The baptism will be a part of Young's sermon that's tied to his new book, Fifty Shades of They, which serves as a corrective to James' similarly-titled book. Congregants at Fellowship Church's 10 locations will witness the literal and figurative Fifty Shades of Grey baptism via satellite, explained Boyd.

Christian 'Sexperts' Launch Free Book Trade-In Campaign

Authors and "sexperts" Dr. Juli Slattery and Dannah K. Gresh have launched an anti-Fifty Shades of Grey campaign as well. The women are offering from Feb. 1-14 free copies of their own corrective title, Pulling Back the Shades: Erotica, Intimacy, and the Longings of a Woman's Heart to women who mail in their copies of Fifty Shades of Grey.

"Pulling Back the Shades addresses God's design for intimacy, and shows why erotica is exploiting women's longings rather than satisfying them," Slattery and Gresh explain on their book's website.

The authors were shocked to discover that Christian women were immersed in the Fifty Shades series, which "honors and glorifies bondage, dominance, sadism and masochism," according to Gresh.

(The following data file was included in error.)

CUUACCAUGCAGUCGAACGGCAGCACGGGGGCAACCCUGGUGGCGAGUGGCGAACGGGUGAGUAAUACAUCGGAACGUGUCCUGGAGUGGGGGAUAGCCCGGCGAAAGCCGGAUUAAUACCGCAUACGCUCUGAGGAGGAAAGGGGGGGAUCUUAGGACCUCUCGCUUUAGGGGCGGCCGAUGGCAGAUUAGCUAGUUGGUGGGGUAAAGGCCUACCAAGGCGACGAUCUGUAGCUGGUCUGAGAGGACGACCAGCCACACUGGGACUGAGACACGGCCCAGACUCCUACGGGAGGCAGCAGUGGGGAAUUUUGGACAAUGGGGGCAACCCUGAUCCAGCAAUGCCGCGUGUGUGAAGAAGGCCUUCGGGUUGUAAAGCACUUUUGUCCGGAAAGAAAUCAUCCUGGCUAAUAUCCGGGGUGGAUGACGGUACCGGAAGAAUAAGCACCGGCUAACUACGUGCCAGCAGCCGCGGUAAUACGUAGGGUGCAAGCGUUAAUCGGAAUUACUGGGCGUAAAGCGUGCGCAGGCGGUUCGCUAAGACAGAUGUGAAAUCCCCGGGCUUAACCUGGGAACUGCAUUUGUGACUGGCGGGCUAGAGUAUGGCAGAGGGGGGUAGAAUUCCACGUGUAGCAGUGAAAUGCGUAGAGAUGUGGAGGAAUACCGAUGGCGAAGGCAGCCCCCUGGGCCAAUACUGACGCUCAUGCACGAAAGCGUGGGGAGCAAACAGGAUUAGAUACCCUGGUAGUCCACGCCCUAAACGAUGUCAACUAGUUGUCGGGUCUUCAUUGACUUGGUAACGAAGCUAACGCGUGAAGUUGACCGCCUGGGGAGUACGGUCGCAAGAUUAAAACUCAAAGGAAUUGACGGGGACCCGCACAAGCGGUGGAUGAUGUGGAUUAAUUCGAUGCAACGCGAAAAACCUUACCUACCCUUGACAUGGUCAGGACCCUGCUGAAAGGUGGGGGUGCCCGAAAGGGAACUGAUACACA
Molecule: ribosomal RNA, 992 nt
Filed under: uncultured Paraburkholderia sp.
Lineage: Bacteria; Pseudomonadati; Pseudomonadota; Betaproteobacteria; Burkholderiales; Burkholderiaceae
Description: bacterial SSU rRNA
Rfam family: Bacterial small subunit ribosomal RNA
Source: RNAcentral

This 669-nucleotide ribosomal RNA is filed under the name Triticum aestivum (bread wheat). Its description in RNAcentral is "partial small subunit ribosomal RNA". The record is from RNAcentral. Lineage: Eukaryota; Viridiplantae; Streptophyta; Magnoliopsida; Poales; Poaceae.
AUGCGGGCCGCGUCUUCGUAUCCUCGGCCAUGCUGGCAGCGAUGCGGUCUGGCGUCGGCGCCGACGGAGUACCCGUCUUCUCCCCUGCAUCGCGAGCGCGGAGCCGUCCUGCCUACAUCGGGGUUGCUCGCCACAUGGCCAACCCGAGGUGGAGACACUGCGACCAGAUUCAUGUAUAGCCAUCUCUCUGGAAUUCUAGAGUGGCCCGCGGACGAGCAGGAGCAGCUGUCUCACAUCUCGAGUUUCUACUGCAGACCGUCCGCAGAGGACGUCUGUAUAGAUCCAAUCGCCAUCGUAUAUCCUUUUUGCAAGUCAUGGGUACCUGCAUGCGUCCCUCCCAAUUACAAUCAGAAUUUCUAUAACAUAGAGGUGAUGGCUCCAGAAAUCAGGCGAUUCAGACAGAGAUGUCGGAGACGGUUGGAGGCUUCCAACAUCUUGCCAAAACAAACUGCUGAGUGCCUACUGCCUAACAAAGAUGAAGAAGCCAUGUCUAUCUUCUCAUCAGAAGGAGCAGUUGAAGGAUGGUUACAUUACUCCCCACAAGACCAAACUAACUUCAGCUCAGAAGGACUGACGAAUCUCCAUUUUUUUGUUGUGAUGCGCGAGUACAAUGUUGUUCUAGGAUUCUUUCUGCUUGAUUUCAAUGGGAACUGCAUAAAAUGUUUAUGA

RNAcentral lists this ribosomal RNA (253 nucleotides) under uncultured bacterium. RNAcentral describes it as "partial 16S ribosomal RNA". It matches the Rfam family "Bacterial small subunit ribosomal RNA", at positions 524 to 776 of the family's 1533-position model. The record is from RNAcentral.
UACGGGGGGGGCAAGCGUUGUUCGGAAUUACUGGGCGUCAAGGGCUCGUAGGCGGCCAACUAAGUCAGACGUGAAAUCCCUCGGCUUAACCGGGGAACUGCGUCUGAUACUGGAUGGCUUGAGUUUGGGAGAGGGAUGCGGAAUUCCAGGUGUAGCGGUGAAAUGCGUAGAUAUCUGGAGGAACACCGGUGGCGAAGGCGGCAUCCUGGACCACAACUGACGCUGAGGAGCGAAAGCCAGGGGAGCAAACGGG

She told CP in a previous interview:

"A lot of women are saying that it has awakened their sex lives and for the first time in a long time, married women are enjoying sex again. The problem is that oftentimes that's a very short-lived revival. We've talked with many of those women who believed that lie that went on to say that over the course of time they became less and less interested in their husband, and more and more interested in the erotica. And they couldn't wait till they could get into the privacy of a bedroom where they could go back to their story.

"There's less research on erotica because it hasn't been as prominent in the cultural conversation as pornography has been in the last few decades, but the research really does tell us that both porn and erotica, when a man or a woman is engaging in them they do become less interested in real sex. It does draw you away from real people, not toward someone. That would be one example of why women are defending their choice to read the book, but we're really seeing that in the long-term that doesn't actually turn out to be a benefit for them."